John Chiu: An effective method to deal with COVID-19 asymptomatic transmission: Addition of antibody detections 14 days apart

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COVID-19 diagnostic testing can provide information to: (1) Is the patient infected? (2) How bad is the COVID-19 pandemic? (3) What can be done to contain the disease and prevent it from spreading without collapsing the healthcare system? Massive testing can serve to put the pandemic under control by preventing the influx of infected people from outside and containing & mitigating the infection within. Otherwise, a serious measure such as a total city lockdown may have to be taken to be effective.

SARS-CoV-2 nucleic acid test detects nucleic acid segments of the coronavirus. It is a highly specific, technically demanding, and fairly expensive test. When in combination with clinical observations, this test is very useful in the diagnosis of COVID-19. However, due to sampling limitations, restriction, and other unknown reasons, this test tends to miss some samples from infected patients.

Moreover, greater than half of the people who were confirmed to have COVID-19 contracted the virus from someone who didn’t know they had it. Indeed, the infection symptom may take 5 days or longer to be noticed (i.e., long incubation time), and young people tend to appear asymptomatic which may be due to high antibody titer, thus leading to the transmission of the virus by asymptomatic people.

Clearly, clinical observation (checks the symptom) and nucleic acid testing (checks  the coronavirus) cannot fully meet the challenge of asymptomatic transmission.

The immune system generates antibodies when our body is invaded by pathogens such as virus. The IgM antibody rises to an adequate level in about 7 days and the IgG antibody rises to a high level in about 14 days. The antibodies can play two roles, it bind pathogens tightly and neutralize them, or it bind pathogens then recruit lymphocytes to kill them.

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Therefore, detection of a specific antibody evidences that a person has been infected with a specific virus, regardless of that person is symptomatic or asymptomatic.

The coronavirus antibody diagnostic test is very simple, quick, and inexpensive. Only a small amount of blood sample from a patient, or a person is suspicious of infection, is needed for the testing. First, if the specific antibody detection is positive, this patient should be checked for symptoms and clinical history, and be treated immediately. Second, if the specific antibody detection is negative, it indicates that the patient is either not infected, or is infected but has not been infected for more than 7 days. Therefore, to be safe, this patient can be quarantined (or isolated at home) and observed for any symptom for 14 days, then tested again. If the second test result is again negative, this patient is not infected and free to go; if the second test result is positive, this patient has recent infection and should be treated accordingly. It should be known that the antibody testing in coordination with the nucleic acid testing will provide very useful information.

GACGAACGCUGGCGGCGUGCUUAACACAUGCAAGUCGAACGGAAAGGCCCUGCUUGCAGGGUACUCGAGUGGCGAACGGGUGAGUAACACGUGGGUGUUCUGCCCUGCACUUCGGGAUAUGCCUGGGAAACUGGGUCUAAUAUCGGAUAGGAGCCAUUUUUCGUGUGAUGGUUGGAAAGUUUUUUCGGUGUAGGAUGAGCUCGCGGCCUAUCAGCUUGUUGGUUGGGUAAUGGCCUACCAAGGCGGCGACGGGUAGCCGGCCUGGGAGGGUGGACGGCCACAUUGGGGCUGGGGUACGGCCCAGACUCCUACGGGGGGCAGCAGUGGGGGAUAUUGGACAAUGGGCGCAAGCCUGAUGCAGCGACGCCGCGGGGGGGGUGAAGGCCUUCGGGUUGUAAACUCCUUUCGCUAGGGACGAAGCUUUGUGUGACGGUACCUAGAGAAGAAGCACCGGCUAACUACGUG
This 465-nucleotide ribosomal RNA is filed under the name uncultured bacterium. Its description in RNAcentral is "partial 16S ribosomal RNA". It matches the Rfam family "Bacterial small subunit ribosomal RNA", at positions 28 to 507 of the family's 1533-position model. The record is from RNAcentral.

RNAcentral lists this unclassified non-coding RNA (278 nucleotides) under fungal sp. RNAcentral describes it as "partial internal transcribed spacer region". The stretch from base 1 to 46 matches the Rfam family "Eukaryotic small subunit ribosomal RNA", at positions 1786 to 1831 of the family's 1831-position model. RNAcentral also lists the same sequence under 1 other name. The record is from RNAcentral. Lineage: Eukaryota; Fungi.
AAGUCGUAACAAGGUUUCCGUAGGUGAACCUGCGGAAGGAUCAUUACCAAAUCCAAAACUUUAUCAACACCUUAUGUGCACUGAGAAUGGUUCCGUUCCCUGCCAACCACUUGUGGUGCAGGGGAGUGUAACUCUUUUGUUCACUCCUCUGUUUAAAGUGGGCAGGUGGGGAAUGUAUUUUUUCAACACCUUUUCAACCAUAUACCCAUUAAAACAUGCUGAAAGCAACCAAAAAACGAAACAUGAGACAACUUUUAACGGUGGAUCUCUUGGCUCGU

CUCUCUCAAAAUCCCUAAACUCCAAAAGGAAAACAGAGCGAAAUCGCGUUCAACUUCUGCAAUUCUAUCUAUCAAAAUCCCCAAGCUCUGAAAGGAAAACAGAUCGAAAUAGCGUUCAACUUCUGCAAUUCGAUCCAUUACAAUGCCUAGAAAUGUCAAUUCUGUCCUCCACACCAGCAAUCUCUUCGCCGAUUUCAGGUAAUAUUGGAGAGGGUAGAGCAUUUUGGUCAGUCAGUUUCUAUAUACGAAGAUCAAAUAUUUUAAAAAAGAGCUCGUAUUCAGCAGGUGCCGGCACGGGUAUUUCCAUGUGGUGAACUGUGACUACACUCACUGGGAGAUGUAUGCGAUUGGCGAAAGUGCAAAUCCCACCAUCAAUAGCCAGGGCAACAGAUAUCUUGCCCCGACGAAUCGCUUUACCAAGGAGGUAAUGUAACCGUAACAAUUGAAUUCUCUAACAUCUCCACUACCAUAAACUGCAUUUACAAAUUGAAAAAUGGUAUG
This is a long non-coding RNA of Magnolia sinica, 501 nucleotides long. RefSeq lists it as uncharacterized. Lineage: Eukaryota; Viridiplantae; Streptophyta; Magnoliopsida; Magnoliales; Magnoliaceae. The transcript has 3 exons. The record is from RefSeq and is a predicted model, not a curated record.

In so doing, COVID-19 patients with long incubation time and/or is asymptomatic cannot escape the antibody detection, because such detection is based on the nature reactions of immune response to the virus infection. On the other hand, because the nucleic acid testing detects the presence of virus nucleic acid, which is unable to identify patients who are asymptomatic and transmissive, or patients who have virus nucleic acid too low to be detected but still could transmit the disease.

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In summary, with information from the nucleic acid testing and clinical observation, the typical quarantine for 14 days is to find out whether one with symptom has been infected with coronavirus, whereas “quarantine for 14 days with additional two antibody testing 14 days apart” is able to identify all infected patient either with or without symptoms. Such information can prevent asymptomatic transmission and also converge the spread of COVID-19 effectively.

Point-of-care coronavirus antibody rapid test is easy to use without instrument. However, it cannot provide quantitative data or process large quantity of sample. High throughput automatic seroscreening for coronavirus antibody detection using the ELISA format can run millions of tests daily nationwide at very low cost. It is useful in assaying everyone in the US who needs the testing, as well as all of the people coming into this country, thus converging the COVID-19 pandemic, reducing the social and economic impacts, and helping us to get back to our normal lives.

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John Chiu is a PhD in biotechnology in Los Angeles, USA.


Eat News is a Taiwanese digital media, analyzes current events and issues through column articles, videos, visual aid, and exclusive interviews.

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